WASHINGTON -- While the occupant of the White House and the composition of the next Congress are still to be decided, one thing is clear: There will be many fewer moderate politicians here next year.
A potent combination of congressional redistricting, retirements of fed-up lawmakers and campaign spending by special interests is pushing out moderate members of both parties, leaving a shrinking corps of consensus builders.
Middle-of-the-road Democrats, known as Blue Dogs, have been all but eviscerated from the House over the past few elections, and now three who have been in the Republicans' cross hairs for years are fighting uphill battles for re-election.
Among Republicans, Sen. Olympia Snowe of Maine and Rep. Steven LaTourette of Ohio, weary of partisan battles, chose to retire this year, and some, like Rep. Charles Bass of New Hampshire, have found themselves moving away from the center to survive, a technique employed by Sen. Richard Lugar of Indiana, who found it was too little too late and lost his primary.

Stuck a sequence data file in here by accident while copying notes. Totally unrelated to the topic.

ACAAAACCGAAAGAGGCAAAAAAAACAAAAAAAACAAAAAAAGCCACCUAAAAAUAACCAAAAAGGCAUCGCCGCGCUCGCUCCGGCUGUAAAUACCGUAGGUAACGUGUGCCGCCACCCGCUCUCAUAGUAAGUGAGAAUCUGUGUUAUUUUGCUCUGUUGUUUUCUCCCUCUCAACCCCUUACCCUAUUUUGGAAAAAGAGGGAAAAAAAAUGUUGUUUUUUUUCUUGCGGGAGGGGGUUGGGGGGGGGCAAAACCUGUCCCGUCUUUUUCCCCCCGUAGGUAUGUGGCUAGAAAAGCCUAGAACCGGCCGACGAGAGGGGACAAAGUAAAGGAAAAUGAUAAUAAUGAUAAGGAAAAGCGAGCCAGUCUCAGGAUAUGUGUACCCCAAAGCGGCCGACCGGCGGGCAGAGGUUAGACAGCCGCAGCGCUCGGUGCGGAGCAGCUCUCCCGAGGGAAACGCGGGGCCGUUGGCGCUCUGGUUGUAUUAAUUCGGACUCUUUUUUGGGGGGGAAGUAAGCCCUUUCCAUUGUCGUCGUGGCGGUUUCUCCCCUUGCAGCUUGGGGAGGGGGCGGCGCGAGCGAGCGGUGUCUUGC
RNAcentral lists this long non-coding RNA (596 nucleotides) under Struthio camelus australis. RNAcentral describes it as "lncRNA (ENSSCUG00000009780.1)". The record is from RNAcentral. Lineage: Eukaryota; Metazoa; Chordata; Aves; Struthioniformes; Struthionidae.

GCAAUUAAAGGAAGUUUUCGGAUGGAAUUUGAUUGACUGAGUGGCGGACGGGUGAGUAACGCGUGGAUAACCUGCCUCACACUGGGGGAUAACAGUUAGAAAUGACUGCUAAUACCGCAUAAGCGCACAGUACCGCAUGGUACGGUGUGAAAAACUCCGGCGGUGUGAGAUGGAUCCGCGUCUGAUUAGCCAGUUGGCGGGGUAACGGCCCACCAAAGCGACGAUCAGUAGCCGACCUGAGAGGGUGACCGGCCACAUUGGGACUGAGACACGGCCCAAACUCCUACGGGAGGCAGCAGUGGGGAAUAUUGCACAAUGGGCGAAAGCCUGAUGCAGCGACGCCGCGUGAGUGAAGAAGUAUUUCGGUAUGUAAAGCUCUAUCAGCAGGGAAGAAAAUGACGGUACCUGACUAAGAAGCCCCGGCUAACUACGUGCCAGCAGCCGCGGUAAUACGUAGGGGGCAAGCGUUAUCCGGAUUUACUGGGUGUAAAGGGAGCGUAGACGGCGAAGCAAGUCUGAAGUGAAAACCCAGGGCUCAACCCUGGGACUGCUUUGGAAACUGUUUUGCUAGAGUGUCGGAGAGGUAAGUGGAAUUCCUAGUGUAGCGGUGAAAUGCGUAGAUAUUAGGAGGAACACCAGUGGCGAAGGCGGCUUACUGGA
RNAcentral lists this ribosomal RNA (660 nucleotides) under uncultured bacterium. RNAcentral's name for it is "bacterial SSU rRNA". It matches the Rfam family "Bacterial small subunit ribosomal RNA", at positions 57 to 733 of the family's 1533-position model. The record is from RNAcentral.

"We don't have a Congress anymore, we have a parliament," said Rep. Jim Cooper of Tennessee, one of the last Blue Dogs. "We moderates are an endangered species, but we are also a necessary ingredient for any problem solving."
But Congress is facing so many potentially calamitous tax and budget issues that another theory is brewing: a combination of Democrats, once adverse to changes to entitlements, and senior
"If Republicans think by embracing the Tea Party it is a loser politically," said Sen. Charles Schumer of New York, the No. 3 Democrat, "it may strengthen the hands of the mainstream conservatives" to make deals with the 10 or so moderate Democrats in the Senate who are interested in reforming entitlements.
Further, there is an emerging push on the Democratic side toward the center among many Senate candidates who arerunning as pragmatic centrists willing to work with Republicans.
For this to happen, according to moderates from both parties and several congressional experts, the next president will have to make conciliation a top priority.
President Barack Obama's decision early in his presidency to allow the Democratic-controlled Congress to craft legislation like the health care law while he remained at arm's length did not help, members on both sides said.